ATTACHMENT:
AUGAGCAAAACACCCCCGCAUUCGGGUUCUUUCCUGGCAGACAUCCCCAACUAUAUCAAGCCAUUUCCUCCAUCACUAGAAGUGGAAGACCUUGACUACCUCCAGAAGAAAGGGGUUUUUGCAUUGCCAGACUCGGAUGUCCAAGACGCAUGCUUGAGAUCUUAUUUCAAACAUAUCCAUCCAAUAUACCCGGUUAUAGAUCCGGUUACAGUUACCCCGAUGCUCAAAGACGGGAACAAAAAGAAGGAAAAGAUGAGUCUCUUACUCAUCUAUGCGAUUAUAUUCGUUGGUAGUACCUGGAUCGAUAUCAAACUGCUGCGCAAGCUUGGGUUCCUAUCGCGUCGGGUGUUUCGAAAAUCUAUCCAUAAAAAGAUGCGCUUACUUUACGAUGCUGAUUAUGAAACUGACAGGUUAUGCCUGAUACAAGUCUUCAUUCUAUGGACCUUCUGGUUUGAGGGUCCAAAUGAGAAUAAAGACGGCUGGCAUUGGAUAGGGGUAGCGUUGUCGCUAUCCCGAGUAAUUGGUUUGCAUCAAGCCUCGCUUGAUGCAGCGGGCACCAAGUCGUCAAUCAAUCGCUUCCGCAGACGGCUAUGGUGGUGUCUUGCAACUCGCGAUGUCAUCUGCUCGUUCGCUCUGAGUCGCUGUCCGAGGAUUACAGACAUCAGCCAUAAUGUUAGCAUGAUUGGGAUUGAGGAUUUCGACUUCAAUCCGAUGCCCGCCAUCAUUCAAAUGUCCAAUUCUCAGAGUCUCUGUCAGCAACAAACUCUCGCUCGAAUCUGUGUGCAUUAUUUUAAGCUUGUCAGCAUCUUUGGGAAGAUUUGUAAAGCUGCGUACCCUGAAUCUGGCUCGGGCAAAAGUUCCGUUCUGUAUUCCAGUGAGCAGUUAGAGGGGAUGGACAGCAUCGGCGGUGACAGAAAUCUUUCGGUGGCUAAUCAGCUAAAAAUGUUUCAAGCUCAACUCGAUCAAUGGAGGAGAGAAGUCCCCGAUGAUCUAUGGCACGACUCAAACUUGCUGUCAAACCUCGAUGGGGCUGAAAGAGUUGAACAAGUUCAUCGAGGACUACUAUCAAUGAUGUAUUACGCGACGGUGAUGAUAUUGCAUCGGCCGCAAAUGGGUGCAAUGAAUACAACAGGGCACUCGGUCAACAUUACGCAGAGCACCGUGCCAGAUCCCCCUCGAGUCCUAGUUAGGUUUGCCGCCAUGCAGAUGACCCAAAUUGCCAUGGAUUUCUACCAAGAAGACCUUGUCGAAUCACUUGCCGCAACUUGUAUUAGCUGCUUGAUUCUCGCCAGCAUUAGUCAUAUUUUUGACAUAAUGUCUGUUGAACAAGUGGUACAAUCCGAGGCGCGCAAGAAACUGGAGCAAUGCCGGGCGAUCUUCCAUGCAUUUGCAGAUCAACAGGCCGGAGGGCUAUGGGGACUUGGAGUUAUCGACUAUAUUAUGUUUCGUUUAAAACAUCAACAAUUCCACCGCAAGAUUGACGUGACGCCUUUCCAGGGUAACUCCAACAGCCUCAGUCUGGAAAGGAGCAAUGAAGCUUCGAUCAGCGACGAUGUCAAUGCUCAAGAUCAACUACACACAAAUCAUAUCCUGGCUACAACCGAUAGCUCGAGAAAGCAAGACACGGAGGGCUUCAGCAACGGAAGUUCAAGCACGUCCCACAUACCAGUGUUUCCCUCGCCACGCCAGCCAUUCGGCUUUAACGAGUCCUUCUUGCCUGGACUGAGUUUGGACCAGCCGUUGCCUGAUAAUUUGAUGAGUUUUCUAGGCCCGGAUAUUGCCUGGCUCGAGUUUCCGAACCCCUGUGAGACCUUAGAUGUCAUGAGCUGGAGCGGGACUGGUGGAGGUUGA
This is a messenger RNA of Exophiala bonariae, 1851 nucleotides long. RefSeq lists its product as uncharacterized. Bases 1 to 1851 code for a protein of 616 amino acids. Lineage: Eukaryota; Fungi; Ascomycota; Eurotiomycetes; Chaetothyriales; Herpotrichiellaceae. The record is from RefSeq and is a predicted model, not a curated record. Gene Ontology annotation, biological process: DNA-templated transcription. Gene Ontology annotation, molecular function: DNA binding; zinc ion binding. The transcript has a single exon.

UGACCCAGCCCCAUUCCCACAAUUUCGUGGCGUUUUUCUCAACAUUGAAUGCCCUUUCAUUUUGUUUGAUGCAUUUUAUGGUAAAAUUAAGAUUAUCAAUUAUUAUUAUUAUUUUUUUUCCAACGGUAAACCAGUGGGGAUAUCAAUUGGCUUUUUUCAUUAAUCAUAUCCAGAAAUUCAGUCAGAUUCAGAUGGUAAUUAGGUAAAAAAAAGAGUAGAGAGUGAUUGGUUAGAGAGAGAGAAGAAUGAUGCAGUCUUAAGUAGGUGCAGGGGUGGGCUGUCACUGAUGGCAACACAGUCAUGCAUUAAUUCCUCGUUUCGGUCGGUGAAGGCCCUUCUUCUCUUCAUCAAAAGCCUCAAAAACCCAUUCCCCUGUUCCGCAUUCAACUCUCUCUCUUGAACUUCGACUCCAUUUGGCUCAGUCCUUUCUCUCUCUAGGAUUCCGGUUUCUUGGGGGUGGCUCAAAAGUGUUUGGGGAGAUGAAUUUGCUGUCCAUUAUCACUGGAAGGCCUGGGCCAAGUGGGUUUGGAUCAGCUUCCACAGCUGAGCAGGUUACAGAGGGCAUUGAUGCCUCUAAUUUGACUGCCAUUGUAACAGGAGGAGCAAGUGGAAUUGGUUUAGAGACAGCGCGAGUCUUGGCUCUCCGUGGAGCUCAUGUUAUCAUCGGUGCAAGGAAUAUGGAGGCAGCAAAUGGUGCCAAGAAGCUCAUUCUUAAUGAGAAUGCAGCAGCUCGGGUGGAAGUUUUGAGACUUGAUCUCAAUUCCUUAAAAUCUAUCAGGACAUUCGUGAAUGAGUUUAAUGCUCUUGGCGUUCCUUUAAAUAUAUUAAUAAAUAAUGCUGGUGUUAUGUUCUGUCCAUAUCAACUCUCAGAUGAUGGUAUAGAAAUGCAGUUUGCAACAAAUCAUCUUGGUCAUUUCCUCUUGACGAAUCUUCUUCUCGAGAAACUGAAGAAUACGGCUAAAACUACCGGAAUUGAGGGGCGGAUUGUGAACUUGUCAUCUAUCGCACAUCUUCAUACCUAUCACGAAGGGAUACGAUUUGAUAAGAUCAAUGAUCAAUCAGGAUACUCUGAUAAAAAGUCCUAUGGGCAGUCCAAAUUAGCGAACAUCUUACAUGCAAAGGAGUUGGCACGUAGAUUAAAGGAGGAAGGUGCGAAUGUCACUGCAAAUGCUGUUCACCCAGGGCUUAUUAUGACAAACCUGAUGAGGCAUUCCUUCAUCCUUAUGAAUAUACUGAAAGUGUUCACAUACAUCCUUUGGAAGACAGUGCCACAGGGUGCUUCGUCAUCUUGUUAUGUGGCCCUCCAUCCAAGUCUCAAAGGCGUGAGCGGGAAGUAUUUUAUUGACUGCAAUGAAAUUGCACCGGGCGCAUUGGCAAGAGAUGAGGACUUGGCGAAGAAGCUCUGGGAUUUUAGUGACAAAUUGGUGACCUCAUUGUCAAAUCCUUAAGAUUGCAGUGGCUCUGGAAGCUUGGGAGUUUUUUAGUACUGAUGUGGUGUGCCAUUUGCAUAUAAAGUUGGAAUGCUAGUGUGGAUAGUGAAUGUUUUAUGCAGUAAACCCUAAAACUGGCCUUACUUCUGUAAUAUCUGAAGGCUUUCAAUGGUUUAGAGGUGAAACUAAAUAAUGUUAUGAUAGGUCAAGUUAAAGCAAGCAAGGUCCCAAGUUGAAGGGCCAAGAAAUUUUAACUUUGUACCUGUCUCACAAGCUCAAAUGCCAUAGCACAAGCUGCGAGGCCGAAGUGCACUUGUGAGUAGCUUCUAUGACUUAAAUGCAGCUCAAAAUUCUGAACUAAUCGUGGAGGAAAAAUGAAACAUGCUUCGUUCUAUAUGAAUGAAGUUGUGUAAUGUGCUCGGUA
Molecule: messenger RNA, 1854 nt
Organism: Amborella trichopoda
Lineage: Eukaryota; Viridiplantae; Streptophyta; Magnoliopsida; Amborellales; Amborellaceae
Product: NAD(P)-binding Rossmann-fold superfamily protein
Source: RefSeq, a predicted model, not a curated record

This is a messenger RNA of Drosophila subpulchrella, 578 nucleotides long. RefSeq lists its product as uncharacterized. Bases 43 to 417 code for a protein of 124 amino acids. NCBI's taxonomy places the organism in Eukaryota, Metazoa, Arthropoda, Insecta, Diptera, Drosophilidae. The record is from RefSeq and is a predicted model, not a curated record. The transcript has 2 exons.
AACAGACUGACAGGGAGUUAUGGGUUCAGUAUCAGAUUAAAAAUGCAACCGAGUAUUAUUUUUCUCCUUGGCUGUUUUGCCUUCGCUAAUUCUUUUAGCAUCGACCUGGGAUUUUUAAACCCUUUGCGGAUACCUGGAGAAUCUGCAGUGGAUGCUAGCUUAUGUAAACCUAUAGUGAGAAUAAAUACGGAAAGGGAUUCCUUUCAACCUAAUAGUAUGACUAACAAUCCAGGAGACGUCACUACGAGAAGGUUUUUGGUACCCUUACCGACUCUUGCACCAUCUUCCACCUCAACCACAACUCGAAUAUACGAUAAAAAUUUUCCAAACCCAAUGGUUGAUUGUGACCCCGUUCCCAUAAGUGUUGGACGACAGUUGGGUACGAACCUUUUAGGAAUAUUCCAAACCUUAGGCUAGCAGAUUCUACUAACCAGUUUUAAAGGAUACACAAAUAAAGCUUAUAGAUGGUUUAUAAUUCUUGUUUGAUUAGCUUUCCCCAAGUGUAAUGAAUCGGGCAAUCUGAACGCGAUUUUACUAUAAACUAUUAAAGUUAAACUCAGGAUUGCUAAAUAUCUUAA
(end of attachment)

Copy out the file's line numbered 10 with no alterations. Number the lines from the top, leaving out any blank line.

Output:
AACAGACUGACAGGGAGUUAUGGGUUCAGUAUCAGAUUAAAAAUGCAACCGAGUAUUAUUUUUCUCCUUGGCUGUUUUGCCUUCGCUAAUUCUUUUAGCAUCGACCUGGGAUUUUUAAACCCUUUGCGGAUACCUGGAGAAUCUGCAGUGGAUGCUAGCUUAUGUAAACCUAUAGUGAGAAUAAAUACGGAAAGGGAUUCCUUUCAACCUAAUAGUAUGACUAACAAUCCAGGAGACGUCACUACGAGAAGGUUUUUGGUACCCUUACCGACUCUUGCACCAUCUUCCACCUCAACCACAACUCGAAUAUACGAUAAAAAUUUUCCAAACCCAAUGGUUGAUUGUGACCCCGUUCCCAUAAGUGUUGGACGACAGUUGGGUACGAACCUUUUAGGAAUAUUCCAAACCUUAGGCUAGCAGAUUCUACUAACCAGUUUUAAAGGAUACACAAAUAAAGCUUAUAGAUGGUUUAUAAUUCUUGUUUGAUUAGCUUUCCCCAAGUGUAAUGAAUCGGGCAAUCUGAACGCGAUUUUACUAUAAACUAUUAAAGUUAAACUCAGGAUUGCUAAAUAUCUUAA